Document Detail


Longitudinal pulmonary function in newly hired, non-World Trade Center-exposed fire department City of New York firefighters: the first 5 years.
MedLine Citation:
PMID:  23188136     Owner:  NLM     Status:  MEDLINE    
Abstract/OtherAbstract:
BACKGROUND: Few longitudinal studies characterize firefighters’ pulmonary function. We sought to determine whether firefighters have excessive FEV(1) decline rates compared with control subjects.
METHODS: We examined serial measurements of FEV(1) from about 6 months prehire to about 5 years posthire in newly hired male, never smoking, non-Hispanic black and white firefighters, hired between 2003 and 2006, without prior respiratory disease or World Trade Center exposure. Similarly defined Emergency Medical Service (EMS) workers served as control subjects.
RESULTS: Through June 30, 2011, 940 firefighters (82%) and 97 EMS workers (72%) who met study criteria had four or more acceptable posthire spirometries. Prehire FEV(1) % averaged higher for firefighters than EMS workers (99% vs 95%), reflecting more stringent job entry criteria. FEV(1) (adjusted for baseline age and height) declined by an average of 45 mL/y both for firefighters and EMS workers, with Fire 2 EMS decline rate differences averaging 0.2 mL/y (CI, 2 9.2 to 9.6). Four percent of each group had FEV(1) less than the lower limit of normal before hire, increasing to 7% for firefighters and 17.5% for EMS workers, but similar percentages of both groups had adjusted FEV(1) decline rates 10%. Mixed effects modeling showed a significant influence of weight gain but not baseline weight: FEV(1) declined by about 8 mL/kg gained for both groups. Adjusting for weight change, FEV(1) decline averaged 38 mL/y for firefighters and 34 mL/y for EMS workers.
CONCLUSIONS: During the first 5 years of duty, firefighters do not show greater longitudinal FEV(1) decline than EMS control subjects, and fewer of them develop abnormal lung function. Weight gain is associated with a small loss of lung function, of questionable clinical relevance in this fit and active population.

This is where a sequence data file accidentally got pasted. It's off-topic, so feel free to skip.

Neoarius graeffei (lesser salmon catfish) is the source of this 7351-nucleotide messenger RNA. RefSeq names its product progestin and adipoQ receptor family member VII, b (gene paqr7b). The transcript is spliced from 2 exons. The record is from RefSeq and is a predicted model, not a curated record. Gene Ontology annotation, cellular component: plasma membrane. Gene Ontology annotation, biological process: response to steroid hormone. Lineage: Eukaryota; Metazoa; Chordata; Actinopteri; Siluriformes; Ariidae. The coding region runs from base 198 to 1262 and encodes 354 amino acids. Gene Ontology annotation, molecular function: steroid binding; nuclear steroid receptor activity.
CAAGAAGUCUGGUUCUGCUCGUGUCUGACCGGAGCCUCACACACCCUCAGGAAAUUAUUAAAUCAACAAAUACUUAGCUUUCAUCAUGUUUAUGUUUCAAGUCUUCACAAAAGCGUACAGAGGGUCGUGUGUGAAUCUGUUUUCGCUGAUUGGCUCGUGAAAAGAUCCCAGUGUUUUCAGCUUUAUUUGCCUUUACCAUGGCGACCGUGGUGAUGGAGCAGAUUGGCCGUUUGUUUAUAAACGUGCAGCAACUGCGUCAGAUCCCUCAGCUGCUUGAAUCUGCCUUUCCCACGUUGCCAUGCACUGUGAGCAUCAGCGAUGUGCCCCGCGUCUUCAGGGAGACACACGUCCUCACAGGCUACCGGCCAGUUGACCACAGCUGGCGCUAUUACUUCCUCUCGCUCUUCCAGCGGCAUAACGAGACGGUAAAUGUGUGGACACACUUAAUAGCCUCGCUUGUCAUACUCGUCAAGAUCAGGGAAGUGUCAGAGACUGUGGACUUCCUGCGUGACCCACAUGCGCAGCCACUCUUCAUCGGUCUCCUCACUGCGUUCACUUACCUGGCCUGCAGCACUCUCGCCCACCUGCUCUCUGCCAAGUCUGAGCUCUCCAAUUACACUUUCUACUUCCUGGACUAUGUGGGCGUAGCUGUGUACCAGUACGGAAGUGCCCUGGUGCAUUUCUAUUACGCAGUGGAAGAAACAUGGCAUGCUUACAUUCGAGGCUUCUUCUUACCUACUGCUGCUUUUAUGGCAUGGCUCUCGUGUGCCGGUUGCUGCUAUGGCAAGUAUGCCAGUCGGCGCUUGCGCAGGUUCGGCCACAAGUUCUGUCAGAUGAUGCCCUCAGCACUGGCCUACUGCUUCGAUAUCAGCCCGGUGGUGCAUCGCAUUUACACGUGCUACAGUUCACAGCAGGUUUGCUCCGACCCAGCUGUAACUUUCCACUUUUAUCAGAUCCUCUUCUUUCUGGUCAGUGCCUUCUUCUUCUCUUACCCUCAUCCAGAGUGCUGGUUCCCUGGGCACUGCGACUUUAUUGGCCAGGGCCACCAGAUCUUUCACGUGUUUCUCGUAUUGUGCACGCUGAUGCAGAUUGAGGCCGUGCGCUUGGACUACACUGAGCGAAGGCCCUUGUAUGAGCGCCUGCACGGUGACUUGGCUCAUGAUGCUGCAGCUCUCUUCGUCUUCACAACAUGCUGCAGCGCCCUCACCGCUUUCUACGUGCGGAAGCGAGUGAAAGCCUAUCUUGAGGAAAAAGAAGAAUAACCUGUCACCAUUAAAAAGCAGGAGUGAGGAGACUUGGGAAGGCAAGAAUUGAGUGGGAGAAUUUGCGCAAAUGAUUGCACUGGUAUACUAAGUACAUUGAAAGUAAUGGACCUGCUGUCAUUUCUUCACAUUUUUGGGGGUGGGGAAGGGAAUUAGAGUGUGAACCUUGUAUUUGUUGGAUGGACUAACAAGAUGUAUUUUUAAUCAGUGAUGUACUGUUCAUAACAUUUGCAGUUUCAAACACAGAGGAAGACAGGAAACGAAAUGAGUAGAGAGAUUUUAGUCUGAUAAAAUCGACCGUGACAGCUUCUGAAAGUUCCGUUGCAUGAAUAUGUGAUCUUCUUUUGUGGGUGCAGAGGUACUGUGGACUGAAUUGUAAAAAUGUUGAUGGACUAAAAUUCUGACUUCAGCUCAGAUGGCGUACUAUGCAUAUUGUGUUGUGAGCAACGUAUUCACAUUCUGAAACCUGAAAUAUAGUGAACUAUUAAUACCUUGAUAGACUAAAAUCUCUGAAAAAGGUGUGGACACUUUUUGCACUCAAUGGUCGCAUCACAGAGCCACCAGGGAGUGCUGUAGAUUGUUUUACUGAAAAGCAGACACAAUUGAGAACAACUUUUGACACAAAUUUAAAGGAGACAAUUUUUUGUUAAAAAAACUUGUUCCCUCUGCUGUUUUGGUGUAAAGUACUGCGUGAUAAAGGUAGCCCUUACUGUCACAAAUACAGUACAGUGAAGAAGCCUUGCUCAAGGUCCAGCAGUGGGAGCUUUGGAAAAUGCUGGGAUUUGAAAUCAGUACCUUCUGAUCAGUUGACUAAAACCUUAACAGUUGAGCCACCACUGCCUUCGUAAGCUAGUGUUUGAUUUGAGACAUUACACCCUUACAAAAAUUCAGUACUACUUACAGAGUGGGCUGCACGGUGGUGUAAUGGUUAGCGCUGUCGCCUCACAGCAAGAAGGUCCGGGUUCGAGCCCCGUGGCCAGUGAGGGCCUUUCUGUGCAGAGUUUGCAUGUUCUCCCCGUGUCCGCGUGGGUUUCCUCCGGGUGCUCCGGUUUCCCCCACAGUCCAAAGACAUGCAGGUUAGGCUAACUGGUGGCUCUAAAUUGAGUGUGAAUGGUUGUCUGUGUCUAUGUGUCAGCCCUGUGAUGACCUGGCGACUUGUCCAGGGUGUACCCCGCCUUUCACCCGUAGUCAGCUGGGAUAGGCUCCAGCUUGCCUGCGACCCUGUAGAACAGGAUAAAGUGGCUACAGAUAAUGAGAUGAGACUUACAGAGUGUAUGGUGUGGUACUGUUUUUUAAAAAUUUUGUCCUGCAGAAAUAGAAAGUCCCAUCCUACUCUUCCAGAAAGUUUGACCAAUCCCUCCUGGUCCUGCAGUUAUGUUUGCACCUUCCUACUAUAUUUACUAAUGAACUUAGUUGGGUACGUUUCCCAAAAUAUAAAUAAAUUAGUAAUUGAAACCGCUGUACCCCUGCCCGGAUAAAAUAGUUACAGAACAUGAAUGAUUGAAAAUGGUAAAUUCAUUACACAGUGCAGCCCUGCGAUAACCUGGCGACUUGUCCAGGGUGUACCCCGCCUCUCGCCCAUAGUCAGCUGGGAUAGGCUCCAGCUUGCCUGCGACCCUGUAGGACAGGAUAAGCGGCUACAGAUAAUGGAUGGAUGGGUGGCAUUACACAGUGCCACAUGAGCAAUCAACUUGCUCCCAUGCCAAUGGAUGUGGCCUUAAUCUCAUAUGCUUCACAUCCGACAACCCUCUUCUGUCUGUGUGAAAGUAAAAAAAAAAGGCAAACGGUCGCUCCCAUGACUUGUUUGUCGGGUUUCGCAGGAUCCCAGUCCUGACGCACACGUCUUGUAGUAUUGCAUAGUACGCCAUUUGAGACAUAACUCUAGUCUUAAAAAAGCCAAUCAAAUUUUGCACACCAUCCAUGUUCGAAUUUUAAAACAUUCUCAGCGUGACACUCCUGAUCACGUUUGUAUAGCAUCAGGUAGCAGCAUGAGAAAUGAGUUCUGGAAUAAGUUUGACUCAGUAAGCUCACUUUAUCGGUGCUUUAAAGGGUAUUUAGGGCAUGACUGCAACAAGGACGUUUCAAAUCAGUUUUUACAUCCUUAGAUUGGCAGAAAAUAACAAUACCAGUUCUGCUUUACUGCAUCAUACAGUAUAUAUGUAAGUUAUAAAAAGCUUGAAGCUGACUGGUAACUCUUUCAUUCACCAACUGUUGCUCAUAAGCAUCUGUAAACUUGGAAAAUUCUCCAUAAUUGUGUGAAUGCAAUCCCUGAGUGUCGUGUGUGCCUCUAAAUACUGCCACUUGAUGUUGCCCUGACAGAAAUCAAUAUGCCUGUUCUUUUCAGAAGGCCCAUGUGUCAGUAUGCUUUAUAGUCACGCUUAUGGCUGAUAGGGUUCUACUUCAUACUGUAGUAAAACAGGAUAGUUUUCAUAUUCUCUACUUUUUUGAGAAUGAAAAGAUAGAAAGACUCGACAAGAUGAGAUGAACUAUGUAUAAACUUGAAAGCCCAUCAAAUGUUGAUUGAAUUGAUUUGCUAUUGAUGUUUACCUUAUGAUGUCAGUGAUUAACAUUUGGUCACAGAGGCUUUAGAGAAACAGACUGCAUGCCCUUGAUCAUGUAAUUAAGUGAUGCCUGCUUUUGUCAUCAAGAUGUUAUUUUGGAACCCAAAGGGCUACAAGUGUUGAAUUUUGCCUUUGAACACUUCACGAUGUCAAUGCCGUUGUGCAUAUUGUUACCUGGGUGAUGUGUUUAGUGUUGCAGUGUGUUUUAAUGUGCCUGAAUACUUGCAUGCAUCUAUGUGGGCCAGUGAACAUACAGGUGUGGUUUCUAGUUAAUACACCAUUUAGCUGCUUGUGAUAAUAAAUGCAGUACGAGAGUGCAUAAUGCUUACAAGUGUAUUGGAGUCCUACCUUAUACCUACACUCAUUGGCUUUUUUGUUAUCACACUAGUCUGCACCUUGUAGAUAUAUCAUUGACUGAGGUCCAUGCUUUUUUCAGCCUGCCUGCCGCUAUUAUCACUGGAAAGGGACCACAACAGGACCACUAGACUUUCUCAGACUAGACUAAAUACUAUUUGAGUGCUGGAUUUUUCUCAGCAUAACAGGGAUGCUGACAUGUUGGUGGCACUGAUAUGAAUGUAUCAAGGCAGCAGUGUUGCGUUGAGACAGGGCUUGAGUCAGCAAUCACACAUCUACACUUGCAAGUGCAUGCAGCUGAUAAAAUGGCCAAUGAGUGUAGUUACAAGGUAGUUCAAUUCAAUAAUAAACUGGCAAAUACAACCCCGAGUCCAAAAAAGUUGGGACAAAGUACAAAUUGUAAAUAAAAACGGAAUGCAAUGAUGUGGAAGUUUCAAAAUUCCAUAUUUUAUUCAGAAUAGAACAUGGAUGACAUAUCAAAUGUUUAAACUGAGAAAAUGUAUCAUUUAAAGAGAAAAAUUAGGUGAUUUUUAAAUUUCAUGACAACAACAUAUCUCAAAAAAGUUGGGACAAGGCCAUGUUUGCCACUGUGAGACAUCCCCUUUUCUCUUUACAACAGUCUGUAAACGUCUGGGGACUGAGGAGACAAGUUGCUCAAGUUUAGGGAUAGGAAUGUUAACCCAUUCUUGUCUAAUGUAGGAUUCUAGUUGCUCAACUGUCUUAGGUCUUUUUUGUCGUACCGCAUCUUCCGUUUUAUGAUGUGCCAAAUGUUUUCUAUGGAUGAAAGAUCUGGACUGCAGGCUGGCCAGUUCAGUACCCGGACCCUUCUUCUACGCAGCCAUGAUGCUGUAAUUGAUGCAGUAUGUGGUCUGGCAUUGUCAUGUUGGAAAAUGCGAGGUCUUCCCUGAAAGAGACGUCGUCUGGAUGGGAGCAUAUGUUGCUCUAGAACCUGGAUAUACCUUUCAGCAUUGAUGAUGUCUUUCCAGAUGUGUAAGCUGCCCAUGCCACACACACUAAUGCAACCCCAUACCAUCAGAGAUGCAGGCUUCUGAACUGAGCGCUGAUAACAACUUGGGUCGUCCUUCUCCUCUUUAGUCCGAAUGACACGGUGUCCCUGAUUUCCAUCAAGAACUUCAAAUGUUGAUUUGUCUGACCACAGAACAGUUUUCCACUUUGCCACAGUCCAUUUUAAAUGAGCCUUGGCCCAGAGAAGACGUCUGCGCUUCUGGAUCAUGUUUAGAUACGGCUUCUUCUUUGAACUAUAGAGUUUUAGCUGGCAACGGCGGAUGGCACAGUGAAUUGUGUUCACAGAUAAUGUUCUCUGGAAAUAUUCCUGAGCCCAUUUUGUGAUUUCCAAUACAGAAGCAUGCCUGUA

Authors:
Thomas K Aldrich; Fen Ye; Charles B Hall; Mayris P Webber; Hillel W Cohen; Michael Dinkels; Kaitlyn Cosenza; Michael D Weiden; Anna Nolan; Vasilios Christodoulou; Kerry J Kelly; David J Prezant
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Publication Detail:
Type:  Journal Article; Research Support, N.I.H., Extramural    
Journal Detail:
Title:  Chest     Volume:  143     ISSN:  1931-3543     ISO Abbreviation:  Chest     Publication Date:  2013 Mar 
Date Detail:
Created Date:  2013-04-11     Completed Date:  2013-07-08     Revised Date:  2014-03-07    
Medline Journal Info:
Nlm Unique ID:  0231335     Medline TA:  Chest     Country:  United States    
Other Details:
Languages:  eng     Pagination:  791-7     Citation Subset:  AIM; IM    
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MeSH Terms
Descriptor/Qualifier:
Adult
Emergency Medical Technicians
Firefighters*
Forced Expiratory Volume
Humans
Lung / physiology*,  physiopathology
Male
New York City
Occupational Health*
Respiratory Function Tests
Smoking / physiopathology
Spirometry
Weight Gain / physiology
Grant Support
ID/Acronym/Agency:
HL090316/HL/NHLBI NIH HHS; K23 HL084191/HL/NHLBI NIH HHS; K23HL084191/HL/NHLBI NIH HHS; K24A1080298//PHS HHS; R01HL057879/HL/NHLBI NIH HHS; U01CA008617/CA/NCI NIH HHS; U10-OH008242/OH/NIOSH CDC HHS; U10-OH008243/OH/NIOSH CDC HHS
Comments/Corrections

From MEDLINE®/PubMed®, a database of the U.S. National Library of Medicine


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